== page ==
Leigh Runyan works full-time and goes to school part-time. Every day, she lives with familial hypercholesterolemia (FH), a rare genetic disorder characterized by high levels of low-density lipoproteins (LDL), commonly known as bad cholesterol.
Every two weeks, she spends about four hours at Christiana Care’s new LDL Apheresis center, the first in the Delaware area. The program — a collaboration between the Center for Heart & Vascular Health and the Ambulatory Infusion Center at Christiana Hospital — was set up to treat people with the disorder who don’t respond to statins, the medication traditionally used to control FH.
Runyan is the center’s first patient.
“I don’t have the luxury of taking an entire day twice a month to go to Philadelphia,” she said. “At Christiana Care, I get expert care, the very latest in technology and a lot more convenience.”
If not treated, 50 percent of people with FH develop cardiovascular disease by age 55. Many suffer a stroke or heart attack at an even younger age. Runyan’s mother was not yet 30 when she had her first open-heart surgery. Runyan, 46, was diagnosed with the disorder at age 8 when she was screened because of her family’s history. For years, she treated the disorder with statins and a heart-healthy diet. But neither approach kept her LDL levels under control.
“After seeing my mother and other people in my family have so many heart surgeries, I was determined to find a solution,” she said. Runyan’s search led her to Edward M. Goldenberg, M.D., director, Preventive Cardiology, at the Center for Heart & Vascular Health, who has a special interest in lipid management.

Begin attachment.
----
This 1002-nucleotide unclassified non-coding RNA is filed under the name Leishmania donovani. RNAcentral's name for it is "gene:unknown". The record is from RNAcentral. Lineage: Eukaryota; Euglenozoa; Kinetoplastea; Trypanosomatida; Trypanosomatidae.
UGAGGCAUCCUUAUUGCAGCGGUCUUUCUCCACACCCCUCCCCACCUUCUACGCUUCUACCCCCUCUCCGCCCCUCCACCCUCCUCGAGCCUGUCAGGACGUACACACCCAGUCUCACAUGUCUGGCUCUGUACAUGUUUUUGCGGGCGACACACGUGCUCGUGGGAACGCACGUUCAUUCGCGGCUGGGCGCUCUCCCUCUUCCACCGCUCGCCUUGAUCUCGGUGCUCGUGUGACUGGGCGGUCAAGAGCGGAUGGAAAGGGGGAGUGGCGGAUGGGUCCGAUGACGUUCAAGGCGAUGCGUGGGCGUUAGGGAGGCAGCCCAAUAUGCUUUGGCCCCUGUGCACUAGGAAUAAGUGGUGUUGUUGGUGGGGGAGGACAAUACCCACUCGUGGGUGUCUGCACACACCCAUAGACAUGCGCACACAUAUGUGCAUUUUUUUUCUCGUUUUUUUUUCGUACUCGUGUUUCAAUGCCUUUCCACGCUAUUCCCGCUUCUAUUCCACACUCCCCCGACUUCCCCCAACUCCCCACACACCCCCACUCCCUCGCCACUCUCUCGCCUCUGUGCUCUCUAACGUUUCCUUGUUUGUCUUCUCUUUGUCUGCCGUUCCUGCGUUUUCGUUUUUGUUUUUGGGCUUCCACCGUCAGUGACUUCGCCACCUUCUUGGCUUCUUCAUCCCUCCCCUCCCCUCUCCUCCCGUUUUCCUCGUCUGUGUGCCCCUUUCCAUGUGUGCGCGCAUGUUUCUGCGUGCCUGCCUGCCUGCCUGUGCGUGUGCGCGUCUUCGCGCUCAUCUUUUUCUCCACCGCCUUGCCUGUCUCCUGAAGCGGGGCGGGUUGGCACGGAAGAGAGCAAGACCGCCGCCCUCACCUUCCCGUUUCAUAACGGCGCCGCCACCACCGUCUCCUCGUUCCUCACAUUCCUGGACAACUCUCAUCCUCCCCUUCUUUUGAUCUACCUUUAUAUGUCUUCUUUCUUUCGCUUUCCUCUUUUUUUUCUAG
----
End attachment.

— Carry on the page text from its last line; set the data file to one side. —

“As it turned out, we were looking for our first LDL apheresis patient — and she found us,” Dr. Goldenberg said.
Apheresis is a procedure much like dialysis in which the patient’s blood is removed from the body and separated so that a harmful substance can be removed. At the infusion center, two needles are inserted into the patient’s veins, one in each arm. Blood is continuously withdrawn and run through a machine that separates the plasma from the red and white blood cells. The plasma is then pumped into a LDL-adsorption column that selectively removes the bad cholesterol.
“You can actually see the blood separating from the cholesterol,” said Beth Bradley, APN, ACNS-BC, clinical leader, Cardiovascular Prevention Program.
The procedure takes about four hours and is repeated every two weeks.
“It’s a very safe procedure and very effective,” said Yong Zhao, M.D., medical director, Transfusion Service. “Typically, we see about a 75 – 80 percent reduction in LDL.”
After her first treatment, Runyan’s LDL count went down 81 percent. Patients with FH that doesn’t respond to medication can rely on apheresis as a long-term treatment or as a bridge until more effective medications are developed.
On her treatment days, she calls about an hour ahead so nurses can set up the machine. Christiana Hospital is the most convenient site for Runyan, who lives in Lincoln University, Pa., and studies at the University of Delaware in Newark.
“We go to great lengths to make patients comfortable, with pillows, a heating pad, a TV,” said Kathy Hinckle, RN, BSN, MSHA, supervisor, Ambulatory Infusion Center. “Apheresis takes several hours, and we appreciate our patients’ commitment.”